Research has posited that Liraglutide‘s potential action on weight reduction in murine models may possibly be independent of GLP-1 receptors (GLP-1Rs) in the vagus nerve, area postrema, and paraventricular nucleus.(10) Researchers suggest the possibility that Liraglutide's pathways for influencing weight may circumvent or operate alongside traditional GLP-1R-mediated mechanisms within complex neural circuits. Following the introduction of fluorescently labeled Liraglutide in murine models, researchers reported an observed presence of the compound in the circumventricular organs of the brain, indicating a direct pathway through which Liraglutide might impact brain functions associated with appetite control and weight. The hypothalamus's arcuate nucleus (ARC) is considered a pivotal brain region for energy balance and appetite regulation. It is considered to house two critical populations of neurons: one that produces proopiomelanocortin (POMC) and cocaine- and amphetamine-regulated transcript (CART), which are involved in reducing appetite, and another that produces neuropeptide Y (NPY) and agouti-related peptide (AgRP), which are involved in increasing appetite. Liraglutide was apparently found to bind to neurons within the ARC and other hypothalamic regions, specifically associating with GLP-1R. This selective binding in GLP-1R competent models, and not in GLP-1R deficient (Glp1r–/–) murine models, implies the ARC's potentially significant role in mediating Liraglutide’s actions, possibly through a direct engagement with GLP-1Rs in this area.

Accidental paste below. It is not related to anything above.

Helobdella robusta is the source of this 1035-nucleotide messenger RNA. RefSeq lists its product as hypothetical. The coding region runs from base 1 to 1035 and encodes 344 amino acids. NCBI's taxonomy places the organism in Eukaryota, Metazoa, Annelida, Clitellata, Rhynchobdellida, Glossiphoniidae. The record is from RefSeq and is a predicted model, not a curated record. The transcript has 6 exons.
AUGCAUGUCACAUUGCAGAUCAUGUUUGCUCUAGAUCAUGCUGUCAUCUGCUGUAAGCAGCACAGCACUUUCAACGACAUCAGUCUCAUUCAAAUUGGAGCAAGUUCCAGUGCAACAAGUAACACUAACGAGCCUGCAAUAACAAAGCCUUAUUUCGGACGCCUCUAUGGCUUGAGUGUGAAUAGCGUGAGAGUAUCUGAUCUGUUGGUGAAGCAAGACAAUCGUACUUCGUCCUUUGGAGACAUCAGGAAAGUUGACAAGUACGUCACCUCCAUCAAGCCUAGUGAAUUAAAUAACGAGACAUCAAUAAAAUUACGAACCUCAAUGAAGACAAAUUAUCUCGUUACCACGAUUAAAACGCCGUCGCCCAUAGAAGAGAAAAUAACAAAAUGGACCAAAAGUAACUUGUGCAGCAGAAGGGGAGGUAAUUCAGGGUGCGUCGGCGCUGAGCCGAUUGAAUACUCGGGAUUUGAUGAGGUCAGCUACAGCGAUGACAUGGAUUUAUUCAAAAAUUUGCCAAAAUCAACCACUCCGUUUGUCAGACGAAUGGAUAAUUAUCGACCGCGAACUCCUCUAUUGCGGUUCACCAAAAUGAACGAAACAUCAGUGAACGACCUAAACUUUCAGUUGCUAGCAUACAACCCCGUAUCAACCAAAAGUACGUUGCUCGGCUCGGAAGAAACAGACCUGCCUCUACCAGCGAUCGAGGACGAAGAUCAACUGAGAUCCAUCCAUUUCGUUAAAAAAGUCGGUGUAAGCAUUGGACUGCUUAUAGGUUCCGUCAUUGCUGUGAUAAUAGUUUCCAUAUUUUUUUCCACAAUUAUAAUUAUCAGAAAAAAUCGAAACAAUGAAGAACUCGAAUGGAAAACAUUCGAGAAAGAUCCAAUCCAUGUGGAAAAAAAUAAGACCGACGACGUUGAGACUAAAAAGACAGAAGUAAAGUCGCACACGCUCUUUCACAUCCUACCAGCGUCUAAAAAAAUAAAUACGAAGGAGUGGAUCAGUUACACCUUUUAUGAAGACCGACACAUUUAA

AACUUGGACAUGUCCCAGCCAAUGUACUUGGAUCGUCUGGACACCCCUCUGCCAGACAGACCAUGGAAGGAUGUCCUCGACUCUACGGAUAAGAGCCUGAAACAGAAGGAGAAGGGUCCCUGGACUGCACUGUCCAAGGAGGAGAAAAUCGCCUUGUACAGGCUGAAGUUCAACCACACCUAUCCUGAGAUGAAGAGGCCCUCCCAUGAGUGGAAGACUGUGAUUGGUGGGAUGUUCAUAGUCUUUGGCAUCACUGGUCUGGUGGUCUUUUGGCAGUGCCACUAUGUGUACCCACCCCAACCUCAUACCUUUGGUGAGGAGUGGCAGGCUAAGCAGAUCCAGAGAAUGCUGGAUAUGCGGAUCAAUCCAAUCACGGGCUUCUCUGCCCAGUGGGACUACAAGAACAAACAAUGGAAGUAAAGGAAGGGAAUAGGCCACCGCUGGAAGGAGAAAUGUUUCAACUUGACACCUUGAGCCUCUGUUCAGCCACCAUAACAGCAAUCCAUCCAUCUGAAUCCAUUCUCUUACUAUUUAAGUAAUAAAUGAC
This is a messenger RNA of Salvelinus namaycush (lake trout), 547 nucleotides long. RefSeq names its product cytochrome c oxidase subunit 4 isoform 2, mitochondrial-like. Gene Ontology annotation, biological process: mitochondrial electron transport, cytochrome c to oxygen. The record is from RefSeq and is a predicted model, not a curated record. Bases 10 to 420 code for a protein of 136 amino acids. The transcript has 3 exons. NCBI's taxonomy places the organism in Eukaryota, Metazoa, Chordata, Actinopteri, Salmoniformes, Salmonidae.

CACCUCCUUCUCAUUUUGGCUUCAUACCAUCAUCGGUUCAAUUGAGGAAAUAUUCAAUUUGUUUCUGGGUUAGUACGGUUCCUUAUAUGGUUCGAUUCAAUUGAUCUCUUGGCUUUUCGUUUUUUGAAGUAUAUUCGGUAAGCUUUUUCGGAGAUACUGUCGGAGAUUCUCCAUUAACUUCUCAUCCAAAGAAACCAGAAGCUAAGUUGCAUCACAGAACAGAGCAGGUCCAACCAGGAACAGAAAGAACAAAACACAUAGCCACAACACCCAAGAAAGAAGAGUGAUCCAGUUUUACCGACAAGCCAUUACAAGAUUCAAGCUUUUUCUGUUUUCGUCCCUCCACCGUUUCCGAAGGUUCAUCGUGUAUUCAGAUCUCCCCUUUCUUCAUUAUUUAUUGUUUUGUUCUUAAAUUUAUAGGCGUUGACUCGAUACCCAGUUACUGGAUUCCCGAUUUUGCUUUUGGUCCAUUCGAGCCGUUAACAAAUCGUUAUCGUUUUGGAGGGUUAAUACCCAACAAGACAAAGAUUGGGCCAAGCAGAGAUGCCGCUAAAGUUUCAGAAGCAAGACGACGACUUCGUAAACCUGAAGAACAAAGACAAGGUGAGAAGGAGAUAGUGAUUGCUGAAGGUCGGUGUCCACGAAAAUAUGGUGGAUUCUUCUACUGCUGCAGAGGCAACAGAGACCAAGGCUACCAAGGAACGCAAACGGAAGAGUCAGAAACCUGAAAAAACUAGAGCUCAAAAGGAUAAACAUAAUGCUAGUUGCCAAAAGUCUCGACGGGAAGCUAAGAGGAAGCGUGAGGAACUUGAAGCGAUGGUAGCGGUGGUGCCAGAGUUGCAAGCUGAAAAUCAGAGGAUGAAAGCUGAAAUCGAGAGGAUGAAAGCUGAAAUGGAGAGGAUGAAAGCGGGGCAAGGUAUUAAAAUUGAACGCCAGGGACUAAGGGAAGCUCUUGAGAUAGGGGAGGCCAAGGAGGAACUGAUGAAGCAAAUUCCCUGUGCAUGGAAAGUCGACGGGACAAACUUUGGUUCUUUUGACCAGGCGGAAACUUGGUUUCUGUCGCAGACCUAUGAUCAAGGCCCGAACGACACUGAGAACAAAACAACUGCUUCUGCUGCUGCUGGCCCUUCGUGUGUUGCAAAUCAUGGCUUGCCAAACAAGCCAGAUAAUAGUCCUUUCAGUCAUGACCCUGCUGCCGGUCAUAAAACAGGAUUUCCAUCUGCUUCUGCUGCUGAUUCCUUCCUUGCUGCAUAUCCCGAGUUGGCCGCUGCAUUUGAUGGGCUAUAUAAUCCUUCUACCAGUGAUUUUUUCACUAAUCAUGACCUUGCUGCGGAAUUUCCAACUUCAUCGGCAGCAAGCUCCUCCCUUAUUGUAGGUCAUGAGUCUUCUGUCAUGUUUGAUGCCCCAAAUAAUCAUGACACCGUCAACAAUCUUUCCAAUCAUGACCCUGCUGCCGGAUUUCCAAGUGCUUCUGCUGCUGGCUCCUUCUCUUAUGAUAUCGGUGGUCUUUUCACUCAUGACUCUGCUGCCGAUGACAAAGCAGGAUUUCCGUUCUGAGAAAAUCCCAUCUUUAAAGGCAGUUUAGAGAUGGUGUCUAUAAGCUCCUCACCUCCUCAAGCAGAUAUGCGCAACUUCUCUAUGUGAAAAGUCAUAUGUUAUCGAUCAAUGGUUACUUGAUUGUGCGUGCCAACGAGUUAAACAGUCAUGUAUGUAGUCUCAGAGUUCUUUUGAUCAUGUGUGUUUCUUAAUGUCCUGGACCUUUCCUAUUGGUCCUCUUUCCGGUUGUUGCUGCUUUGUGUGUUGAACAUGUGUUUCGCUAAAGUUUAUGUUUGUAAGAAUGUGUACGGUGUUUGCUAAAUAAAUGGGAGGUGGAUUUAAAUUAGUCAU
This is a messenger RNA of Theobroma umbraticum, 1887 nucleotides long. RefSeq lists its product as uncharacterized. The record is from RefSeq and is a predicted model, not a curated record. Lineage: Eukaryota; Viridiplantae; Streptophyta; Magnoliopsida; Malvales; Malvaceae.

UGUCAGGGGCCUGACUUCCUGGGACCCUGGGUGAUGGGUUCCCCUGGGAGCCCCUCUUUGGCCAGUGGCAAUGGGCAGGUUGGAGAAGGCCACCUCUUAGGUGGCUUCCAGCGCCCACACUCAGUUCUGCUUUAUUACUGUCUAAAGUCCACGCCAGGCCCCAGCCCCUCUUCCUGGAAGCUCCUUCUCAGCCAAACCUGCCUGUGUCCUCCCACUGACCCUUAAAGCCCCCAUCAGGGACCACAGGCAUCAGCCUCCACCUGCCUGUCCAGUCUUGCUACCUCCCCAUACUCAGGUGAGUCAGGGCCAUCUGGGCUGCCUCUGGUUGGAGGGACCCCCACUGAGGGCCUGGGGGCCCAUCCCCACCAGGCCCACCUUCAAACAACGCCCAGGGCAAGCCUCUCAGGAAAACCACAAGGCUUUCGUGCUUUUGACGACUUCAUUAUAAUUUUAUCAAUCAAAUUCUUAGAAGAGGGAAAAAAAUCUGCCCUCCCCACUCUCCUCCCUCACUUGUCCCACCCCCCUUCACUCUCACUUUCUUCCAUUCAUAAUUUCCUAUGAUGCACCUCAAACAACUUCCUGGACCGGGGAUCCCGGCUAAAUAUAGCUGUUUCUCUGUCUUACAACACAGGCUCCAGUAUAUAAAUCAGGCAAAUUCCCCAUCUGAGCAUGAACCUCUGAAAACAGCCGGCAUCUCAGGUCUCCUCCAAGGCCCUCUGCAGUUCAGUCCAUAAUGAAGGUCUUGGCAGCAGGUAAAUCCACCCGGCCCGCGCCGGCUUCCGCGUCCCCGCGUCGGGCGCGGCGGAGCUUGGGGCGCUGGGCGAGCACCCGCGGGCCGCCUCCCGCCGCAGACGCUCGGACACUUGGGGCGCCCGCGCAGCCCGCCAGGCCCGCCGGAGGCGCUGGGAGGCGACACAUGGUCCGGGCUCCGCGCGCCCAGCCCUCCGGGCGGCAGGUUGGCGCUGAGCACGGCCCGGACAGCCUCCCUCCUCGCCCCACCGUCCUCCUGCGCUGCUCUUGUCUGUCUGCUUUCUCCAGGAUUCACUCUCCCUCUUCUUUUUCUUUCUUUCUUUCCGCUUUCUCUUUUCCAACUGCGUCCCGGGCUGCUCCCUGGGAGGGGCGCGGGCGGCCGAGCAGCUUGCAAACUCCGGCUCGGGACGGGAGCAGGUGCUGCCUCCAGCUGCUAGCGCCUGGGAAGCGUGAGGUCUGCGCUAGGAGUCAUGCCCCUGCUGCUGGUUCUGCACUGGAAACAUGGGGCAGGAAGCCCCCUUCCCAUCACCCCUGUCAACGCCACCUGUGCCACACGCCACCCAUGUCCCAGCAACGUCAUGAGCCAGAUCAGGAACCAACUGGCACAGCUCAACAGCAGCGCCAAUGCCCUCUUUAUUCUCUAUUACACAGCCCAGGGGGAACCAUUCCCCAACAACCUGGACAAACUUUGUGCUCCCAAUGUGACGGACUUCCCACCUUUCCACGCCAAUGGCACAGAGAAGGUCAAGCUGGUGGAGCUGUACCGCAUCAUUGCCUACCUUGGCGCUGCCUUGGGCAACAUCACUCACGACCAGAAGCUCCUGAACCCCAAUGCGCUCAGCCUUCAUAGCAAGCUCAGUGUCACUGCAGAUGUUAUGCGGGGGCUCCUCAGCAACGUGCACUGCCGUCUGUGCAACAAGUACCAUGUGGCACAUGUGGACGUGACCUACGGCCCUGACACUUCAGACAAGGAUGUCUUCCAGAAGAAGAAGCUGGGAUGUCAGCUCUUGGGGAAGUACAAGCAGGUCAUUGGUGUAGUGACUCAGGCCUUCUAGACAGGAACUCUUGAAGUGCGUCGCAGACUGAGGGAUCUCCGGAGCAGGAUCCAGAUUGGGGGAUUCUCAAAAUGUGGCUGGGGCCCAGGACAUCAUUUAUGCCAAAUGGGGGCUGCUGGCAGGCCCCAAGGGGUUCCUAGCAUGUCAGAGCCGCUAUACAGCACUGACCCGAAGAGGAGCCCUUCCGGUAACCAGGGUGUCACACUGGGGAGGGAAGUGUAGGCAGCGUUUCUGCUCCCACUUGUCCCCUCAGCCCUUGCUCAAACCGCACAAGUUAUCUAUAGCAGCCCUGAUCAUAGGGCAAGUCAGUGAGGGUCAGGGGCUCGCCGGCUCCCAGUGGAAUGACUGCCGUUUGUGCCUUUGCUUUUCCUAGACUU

POMC/CART neurons may play a central role in satiety and energy expenditure, partly through the release of α-melanocyte-stimulating hormone (α-MSH), which is considered to bind to melanocortin-4 receptors (MC4R) to reduce food intake. Conversely, NPY and AgRP neurons may have the potential to stimulate appetite, with NPY acting as a potent orexigenic peptide and AgRP acting as an antagonist/inverse agonist at MC4R, promoting food intake. The apparent balance between these neurons may be essential for maintaining energy homeostasis. It is hypothesized that Liraglutide might be internalized in neurons expressing POMC and CART, which have been linked to appetite suppression. Electrophysiological measurements suggested that GLP-1 might directly stimulate POMC/CART neurons and indirectly inhibit neurotransmission in neurons expressing NPY and AgRP via GABA-dependent signaling. Gamma-aminobutyric acid (GABA), considered the brain's primary inhibitory neurotransmitter, may play a significant role in this mechanism. By facilitating GABAergic signaling, Liraglutide may potentially reduce the activity of orexigenic NPY/AgRP neurons, further tilting the balance towards satiety. These findings propose a dual mechanism through which Liraglutide may potentially foster satiety and decrease food intake by activating anorexigenic POMC/CART pathways and inhibiting orexigenic NPY/AgRP pathways through GABA-dependent signaling.(10)